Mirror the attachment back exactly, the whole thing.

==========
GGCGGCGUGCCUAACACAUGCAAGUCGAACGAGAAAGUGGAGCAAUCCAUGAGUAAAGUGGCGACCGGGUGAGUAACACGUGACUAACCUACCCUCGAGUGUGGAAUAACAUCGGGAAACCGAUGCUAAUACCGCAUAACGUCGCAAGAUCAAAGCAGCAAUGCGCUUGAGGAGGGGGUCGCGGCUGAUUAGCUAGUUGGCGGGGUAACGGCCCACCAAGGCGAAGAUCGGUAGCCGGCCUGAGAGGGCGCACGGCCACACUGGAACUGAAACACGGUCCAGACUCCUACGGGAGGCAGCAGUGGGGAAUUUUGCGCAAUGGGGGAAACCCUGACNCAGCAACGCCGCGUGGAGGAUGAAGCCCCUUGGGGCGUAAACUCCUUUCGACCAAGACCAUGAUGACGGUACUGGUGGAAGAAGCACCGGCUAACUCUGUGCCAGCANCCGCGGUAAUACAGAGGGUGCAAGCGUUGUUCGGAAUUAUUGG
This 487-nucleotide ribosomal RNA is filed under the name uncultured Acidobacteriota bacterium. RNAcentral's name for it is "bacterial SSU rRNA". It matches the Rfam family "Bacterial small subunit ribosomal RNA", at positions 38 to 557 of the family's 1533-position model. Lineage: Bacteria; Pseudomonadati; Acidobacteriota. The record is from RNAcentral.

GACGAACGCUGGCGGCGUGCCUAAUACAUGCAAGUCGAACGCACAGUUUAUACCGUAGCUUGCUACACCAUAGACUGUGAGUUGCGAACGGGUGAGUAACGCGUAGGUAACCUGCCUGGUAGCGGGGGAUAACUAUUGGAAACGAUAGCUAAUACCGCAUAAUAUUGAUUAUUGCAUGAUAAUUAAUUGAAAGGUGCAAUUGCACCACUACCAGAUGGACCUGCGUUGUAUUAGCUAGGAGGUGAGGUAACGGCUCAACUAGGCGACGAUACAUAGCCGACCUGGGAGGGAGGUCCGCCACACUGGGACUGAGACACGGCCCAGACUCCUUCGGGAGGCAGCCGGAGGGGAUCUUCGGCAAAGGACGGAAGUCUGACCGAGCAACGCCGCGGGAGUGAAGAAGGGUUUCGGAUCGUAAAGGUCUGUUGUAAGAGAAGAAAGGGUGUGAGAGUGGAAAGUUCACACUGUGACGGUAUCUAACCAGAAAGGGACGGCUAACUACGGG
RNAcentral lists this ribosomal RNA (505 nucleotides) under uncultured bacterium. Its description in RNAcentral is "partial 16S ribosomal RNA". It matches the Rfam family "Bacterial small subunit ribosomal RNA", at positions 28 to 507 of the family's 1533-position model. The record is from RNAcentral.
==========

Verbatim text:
GGCGGCGUGCCUAACACAUGCAAGUCGAACGAGAAAGUGGAGCAAUCCAUGAGUAAAGUGGCGACCGGGUGAGUAACACGUGACUAACCUACCCUCGAGUGUGGAAUAACAUCGGGAAACCGAUGCUAAUACCGCAUAACGUCGCAAGAUCAAAGCAGCAAUGCGCUUGAGGAGGGGGUCGCGGCUGAUUAGCUAGUUGGCGGGGUAACGGCCCACCAAGGCGAAGAUCGGUAGCCGGCCUGAGAGGGCGCACGGCCACACUGGAACUGAAACACGGUCCAGACUCCUACGGGAGGCAGCAGUGGGGAAUUUUGCGCAAUGGGGGAAACCCUGACNCAGCAACGCCGCGUGGAGGAUGAAGCCCCUUGGGGCGUAAACUCCUUUCGACCAAGACCAUGAUGACGGUACUGGUGGAAGAAGCACCGGCUAACUCUGUGCCAGCANCCGCGGUAAUACAGAGGGUGCAAGCGUUGUUCGGAAUUAUUGG
This 487-nucleotide ribosomal RNA is filed under the name uncultured Acidobacteriota bacterium. RNAcentral's name for it is "bacterial SSU rRNA". It matches the Rfam family "Bacterial small subunit ribosomal RNA", at positions 38 to 557 of the family's 1533-position model. Lineage: Bacteria; Pseudomonadati; Acidobacteriota. The record is from RNAcentral.

GACGAACGCUGGCGGCGUGCCUAAUACAUGCAAGUCGAACGCACAGUUUAUACCGUAGCUUGCUACACCAUAGACUGUGAGUUGCGAACGGGUGAGUAACGCGUAGGUAACCUGCCUGGUAGCGGGGGAUAACUAUUGGAAACGAUAGCUAAUACCGCAUAAUAUUGAUUAUUGCAUGAUAAUUAAUUGAAAGGUGCAAUUGCACCACUACCAGAUGGACCUGCGUUGUAUUAGCUAGGAGGUGAGGUAACGGCUCAACUAGGCGACGAUACAUAGCCGACCUGGGAGGGAGGUCCGCCACACUGGGACUGAGACACGGCCCAGACUCCUUCGGGAGGCAGCCGGAGGGGAUCUUCGGCAAAGGACGGAAGUCUGACCGAGCAACGCCGCGGGAGUGAAGAAGGGUUUCGGAUCGUAAAGGUCUGUUGUAAGAGAAGAAAGGGUGUGAGAGUGGAAAGUUCACACUGUGACGGUAUCUAACCAGAAAGGGACGGCUAACUACGGG
RNAcentral lists this ribosomal RNA (505 nucleotides) under uncultured bacterium. Its description in RNAcentral is "partial 16S ribosomal RNA". It matches the Rfam family "Bacterial small subunit ribosomal RNA", at positions 28 to 507 of the family's 1533-position model. The record is from RNAcentral.